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VB.NET Mod Operator (Odd, Even Numbers)

Use the Mod operator to perform modulo division. Use Mod in a loop construct.

Mod. How can you use modulo division in the VB.NET language? With the Mod operator, you can compute the remainder of a division expression.

Mod is equivalent to the modulo operator in C-like languages. With Mod we can determine whether a number is odd or even (its parity).

Example. This example shows some Mod expressions with constant Integers. When the value 90 goes into 1000 11 times, but leaves a remainder of 10. This is the result of 1000 Mod 90.

And: The next Mod expressions show the same principle in action. The output numbers are shown.

VB.NET program that uses Mod with constants Module Module1 Sub Main() ' Compute some modulo expressions with Mod. Console.WriteLine(1000 Mod 90) Console.WriteLine(100 Mod 90) Console.WriteLine(81 Mod 80) Console.WriteLine(1 Mod 1) End Sub End Module Output 10 10 1 0

Example 2. Using a Mod expression is appropriate in a For-loop. You can apply Mod to the induction variable "i". In this program, we display "i" whenever it is divisible by 10.

Sometimes: This style of code is useful in real programs. We can "throttle" an action to occur only occasionally this way.

VB.NET program that uses Mod in For-loop Module Module1 Sub Main() ' Loop through integers. For i As Integer = 0 To 200 - 1 ' Test i with Mod 10. If i Mod 10 = 0 Then Console.WriteLine(i) End If Next End Sub End Module Output 0 10 20 30 40 50 60 70 80 90 100 110 120 130 140 150 160 170 180 190

Odd, even numbers. The parity of a number is whether it is odd or even. We can test parity by creating 2 functions in VB.NET that return true or false.

IsOdd: This returns the opposite of IsEven. It correctly handles negative and positive numbers.

IsEven: This uses modulo division (with Mod) to see if the number is evenly divisible by 2 (and thus even).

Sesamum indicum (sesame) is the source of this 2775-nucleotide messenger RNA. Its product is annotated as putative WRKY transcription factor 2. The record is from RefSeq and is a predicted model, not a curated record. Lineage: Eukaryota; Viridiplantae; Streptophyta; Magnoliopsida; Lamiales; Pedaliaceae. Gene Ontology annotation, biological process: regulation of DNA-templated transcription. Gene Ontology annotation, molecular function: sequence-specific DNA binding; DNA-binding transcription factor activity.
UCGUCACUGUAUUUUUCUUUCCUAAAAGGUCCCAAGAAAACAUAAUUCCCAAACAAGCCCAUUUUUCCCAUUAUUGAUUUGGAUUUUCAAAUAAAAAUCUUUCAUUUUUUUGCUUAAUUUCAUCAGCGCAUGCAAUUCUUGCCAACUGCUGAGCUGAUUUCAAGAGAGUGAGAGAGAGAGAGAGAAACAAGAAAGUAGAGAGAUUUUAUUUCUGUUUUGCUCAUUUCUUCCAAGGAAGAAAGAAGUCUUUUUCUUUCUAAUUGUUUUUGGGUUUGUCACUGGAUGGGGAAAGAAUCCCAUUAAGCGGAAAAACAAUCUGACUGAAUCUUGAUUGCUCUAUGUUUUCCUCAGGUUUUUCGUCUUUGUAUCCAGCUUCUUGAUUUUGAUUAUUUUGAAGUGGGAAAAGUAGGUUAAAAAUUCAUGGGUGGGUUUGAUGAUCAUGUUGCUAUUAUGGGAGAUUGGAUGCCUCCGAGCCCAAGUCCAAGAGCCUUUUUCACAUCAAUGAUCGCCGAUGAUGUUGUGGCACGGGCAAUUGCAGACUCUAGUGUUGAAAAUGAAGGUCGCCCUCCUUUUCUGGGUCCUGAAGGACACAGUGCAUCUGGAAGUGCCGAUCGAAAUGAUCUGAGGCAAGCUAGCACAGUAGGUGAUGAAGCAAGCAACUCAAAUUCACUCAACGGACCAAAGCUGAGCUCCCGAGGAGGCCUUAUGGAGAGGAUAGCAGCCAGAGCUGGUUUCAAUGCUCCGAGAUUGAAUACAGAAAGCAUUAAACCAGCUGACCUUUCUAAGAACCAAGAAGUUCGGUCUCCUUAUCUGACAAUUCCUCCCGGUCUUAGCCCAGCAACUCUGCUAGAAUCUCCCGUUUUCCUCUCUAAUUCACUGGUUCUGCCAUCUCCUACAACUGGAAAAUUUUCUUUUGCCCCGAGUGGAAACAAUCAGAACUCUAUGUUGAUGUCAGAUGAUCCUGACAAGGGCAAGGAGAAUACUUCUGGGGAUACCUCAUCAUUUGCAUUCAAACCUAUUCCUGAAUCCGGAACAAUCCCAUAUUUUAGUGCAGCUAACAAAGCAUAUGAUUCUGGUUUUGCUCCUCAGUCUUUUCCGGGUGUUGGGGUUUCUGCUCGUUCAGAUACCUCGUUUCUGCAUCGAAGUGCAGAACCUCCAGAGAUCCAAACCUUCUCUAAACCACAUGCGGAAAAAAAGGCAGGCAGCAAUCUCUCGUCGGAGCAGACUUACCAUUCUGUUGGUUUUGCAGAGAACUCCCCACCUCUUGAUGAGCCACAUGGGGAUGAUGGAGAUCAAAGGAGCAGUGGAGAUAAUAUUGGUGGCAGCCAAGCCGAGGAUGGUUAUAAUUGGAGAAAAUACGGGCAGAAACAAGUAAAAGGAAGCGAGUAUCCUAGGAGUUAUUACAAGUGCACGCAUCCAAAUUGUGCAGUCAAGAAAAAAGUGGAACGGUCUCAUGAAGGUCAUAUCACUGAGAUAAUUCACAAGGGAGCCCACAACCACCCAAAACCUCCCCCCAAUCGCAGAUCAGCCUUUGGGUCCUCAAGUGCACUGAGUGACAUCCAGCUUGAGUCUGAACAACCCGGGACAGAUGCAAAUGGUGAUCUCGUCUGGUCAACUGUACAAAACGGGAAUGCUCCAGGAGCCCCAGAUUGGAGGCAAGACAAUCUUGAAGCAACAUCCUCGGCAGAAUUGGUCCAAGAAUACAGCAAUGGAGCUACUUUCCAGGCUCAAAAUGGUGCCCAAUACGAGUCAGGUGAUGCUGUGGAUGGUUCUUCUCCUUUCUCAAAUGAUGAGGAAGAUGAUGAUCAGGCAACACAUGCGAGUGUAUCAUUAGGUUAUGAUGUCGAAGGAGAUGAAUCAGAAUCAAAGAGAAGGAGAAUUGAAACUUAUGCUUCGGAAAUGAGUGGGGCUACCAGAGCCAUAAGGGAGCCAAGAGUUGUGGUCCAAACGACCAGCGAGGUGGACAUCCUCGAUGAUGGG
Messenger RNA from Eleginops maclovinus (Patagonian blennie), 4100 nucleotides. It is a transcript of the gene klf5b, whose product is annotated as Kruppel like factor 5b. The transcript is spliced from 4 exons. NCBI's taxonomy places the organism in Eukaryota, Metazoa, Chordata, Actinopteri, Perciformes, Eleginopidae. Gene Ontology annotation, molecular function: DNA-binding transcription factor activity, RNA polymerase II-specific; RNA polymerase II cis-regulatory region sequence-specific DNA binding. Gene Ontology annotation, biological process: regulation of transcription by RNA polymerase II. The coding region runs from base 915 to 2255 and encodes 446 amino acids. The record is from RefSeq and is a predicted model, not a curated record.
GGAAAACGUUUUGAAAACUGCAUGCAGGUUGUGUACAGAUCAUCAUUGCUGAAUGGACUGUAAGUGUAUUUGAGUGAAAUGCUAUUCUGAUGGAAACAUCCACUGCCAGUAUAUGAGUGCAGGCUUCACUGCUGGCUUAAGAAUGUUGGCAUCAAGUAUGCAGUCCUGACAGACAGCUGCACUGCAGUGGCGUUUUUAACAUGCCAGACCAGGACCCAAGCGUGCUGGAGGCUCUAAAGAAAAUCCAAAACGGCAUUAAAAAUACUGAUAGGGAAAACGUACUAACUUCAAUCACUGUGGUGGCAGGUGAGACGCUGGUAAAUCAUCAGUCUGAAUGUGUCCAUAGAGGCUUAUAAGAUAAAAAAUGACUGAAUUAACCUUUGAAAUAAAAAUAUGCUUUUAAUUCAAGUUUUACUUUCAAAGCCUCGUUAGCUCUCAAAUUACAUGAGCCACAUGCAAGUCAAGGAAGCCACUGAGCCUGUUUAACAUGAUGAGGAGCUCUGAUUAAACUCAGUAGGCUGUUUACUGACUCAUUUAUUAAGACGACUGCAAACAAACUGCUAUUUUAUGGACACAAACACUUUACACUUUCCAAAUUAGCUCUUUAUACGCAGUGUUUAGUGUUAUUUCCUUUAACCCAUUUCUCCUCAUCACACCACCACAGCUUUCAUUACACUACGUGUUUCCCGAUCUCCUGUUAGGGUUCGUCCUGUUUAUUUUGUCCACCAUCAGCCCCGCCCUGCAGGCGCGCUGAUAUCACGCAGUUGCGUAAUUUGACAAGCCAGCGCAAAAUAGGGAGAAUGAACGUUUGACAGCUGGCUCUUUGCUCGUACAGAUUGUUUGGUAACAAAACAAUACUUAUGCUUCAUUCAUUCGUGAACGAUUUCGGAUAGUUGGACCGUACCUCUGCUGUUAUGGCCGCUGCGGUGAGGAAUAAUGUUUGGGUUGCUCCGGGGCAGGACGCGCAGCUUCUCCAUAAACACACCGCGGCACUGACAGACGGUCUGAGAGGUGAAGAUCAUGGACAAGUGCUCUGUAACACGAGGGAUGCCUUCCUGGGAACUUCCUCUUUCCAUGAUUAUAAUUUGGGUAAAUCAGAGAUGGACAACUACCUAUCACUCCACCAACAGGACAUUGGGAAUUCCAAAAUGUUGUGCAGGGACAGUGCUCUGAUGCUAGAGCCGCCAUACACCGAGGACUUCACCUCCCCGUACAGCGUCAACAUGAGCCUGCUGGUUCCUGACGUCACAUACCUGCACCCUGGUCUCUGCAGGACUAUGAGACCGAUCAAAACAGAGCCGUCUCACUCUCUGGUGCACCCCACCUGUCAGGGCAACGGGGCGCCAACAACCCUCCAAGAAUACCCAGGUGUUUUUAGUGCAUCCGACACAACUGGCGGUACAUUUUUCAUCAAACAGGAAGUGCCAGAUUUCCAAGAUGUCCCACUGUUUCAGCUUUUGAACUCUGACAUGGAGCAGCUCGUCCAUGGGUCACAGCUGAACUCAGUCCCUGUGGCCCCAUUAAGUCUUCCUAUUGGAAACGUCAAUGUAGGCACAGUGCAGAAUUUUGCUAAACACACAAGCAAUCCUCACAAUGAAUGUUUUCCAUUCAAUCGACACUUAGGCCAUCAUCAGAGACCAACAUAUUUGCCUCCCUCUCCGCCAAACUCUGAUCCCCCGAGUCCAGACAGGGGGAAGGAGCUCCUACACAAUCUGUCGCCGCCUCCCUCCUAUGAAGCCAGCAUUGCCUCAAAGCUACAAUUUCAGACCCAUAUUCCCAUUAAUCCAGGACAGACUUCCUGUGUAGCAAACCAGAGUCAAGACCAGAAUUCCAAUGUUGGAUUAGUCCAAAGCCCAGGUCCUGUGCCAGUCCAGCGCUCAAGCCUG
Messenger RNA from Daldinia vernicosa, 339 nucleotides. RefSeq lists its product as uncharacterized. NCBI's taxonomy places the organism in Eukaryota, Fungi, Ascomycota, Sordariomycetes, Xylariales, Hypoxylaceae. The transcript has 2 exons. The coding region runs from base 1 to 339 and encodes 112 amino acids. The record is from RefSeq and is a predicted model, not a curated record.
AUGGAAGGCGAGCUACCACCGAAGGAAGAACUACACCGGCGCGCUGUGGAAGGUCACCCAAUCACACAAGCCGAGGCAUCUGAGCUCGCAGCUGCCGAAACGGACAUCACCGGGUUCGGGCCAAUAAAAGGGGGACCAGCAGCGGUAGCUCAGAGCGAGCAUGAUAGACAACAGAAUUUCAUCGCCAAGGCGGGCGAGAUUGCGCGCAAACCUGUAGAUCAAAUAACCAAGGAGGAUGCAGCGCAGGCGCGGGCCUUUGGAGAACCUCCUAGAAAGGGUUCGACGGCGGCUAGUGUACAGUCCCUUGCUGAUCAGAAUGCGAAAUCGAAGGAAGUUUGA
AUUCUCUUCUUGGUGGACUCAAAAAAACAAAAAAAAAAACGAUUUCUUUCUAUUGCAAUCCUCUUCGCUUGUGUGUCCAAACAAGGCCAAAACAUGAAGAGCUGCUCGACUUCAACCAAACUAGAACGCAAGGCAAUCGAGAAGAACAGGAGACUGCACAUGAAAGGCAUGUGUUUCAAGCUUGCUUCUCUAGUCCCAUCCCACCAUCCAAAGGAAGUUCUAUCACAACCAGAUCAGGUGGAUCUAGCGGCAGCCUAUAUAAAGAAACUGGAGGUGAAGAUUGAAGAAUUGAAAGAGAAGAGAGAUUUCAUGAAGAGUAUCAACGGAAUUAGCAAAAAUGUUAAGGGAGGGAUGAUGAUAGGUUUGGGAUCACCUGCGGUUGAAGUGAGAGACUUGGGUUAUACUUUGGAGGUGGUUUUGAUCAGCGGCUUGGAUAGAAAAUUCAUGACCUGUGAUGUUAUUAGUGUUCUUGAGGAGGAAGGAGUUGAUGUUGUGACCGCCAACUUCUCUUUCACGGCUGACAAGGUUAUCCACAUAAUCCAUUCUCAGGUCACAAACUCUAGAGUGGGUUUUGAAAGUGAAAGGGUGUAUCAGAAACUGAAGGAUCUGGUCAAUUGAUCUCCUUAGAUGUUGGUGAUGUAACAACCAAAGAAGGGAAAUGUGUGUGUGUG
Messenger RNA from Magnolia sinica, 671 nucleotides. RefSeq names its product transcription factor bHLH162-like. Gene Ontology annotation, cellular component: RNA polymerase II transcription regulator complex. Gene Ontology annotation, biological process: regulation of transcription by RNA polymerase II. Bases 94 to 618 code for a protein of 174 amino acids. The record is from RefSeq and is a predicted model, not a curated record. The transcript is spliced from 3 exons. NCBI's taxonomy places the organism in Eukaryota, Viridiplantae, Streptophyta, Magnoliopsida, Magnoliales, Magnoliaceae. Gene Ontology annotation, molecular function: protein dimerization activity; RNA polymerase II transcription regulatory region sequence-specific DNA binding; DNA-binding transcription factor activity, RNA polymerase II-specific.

Boolean: Both methods return a Boolean (true or false). We test these methods with a simple For-loop.

BooleanFor Each, For
VB.NET program that tests odd, even numbers Module Module1 Function IsOdd(ByVal number As Integer) As Boolean ' Handle negative numbers by returning the opposite of IsEven. Return IsEven(number) = False End Function Function IsEven(ByVal number As Integer) As Boolean ' Handles all numbers because it tests for 0 remainder. ' ... This works for negative and positive numbers. Return number Mod 2 = 0 End Function Sub Main() For i = -10 To 10 Console.WriteLine(i.ToString() + " EVEN = " + IsEven(i).ToString()) Console.WriteLine(i.ToString() + " ODD = " + IsOdd(i).ToString()) Next End Sub End Module Output -10 EVEN = True -10 ODD = False -9 EVEN = False -9 ODD = True -8 EVEN = True -8 ODD = False -7 EVEN = False -7 ODD = True -6 EVEN = True -6 ODD = False -5 EVEN = False -5 ODD = True -4 EVEN = True -4 ODD = False -3 EVEN = False -3 ODD = True -2 EVEN = True -2 ODD = False -1 EVEN = False -1 ODD = True 0 EVEN = True 0 ODD = False 1 EVEN = False 1 ODD = True 2 EVEN = True 2 ODD = False 3 EVEN = False 3 ODD = True 4 EVEN = True 4 ODD = False 5 EVEN = False 5 ODD = True 6 EVEN = True 6 ODD = False 7 EVEN = False 7 ODD = True 8 EVEN = True 8 ODD = False 9 EVEN = False 9 ODD = True 10 EVEN = True 10 ODD = False

Percent. In C-like languages, the "%" character expresses a modulo division. We cannot use this character in VB.NET. More details are available in the C# language article.Modulo

Summary. Modulo division is an important concept to understand in computer programming. In the .NET Framework, modulo division is used to implement collections such as Dictionary.Dictionary

Summary, continued. The Mod operator often comes in handy whenever a mathematical procedure is needed. We can use modulo for determining parity (odd or even).
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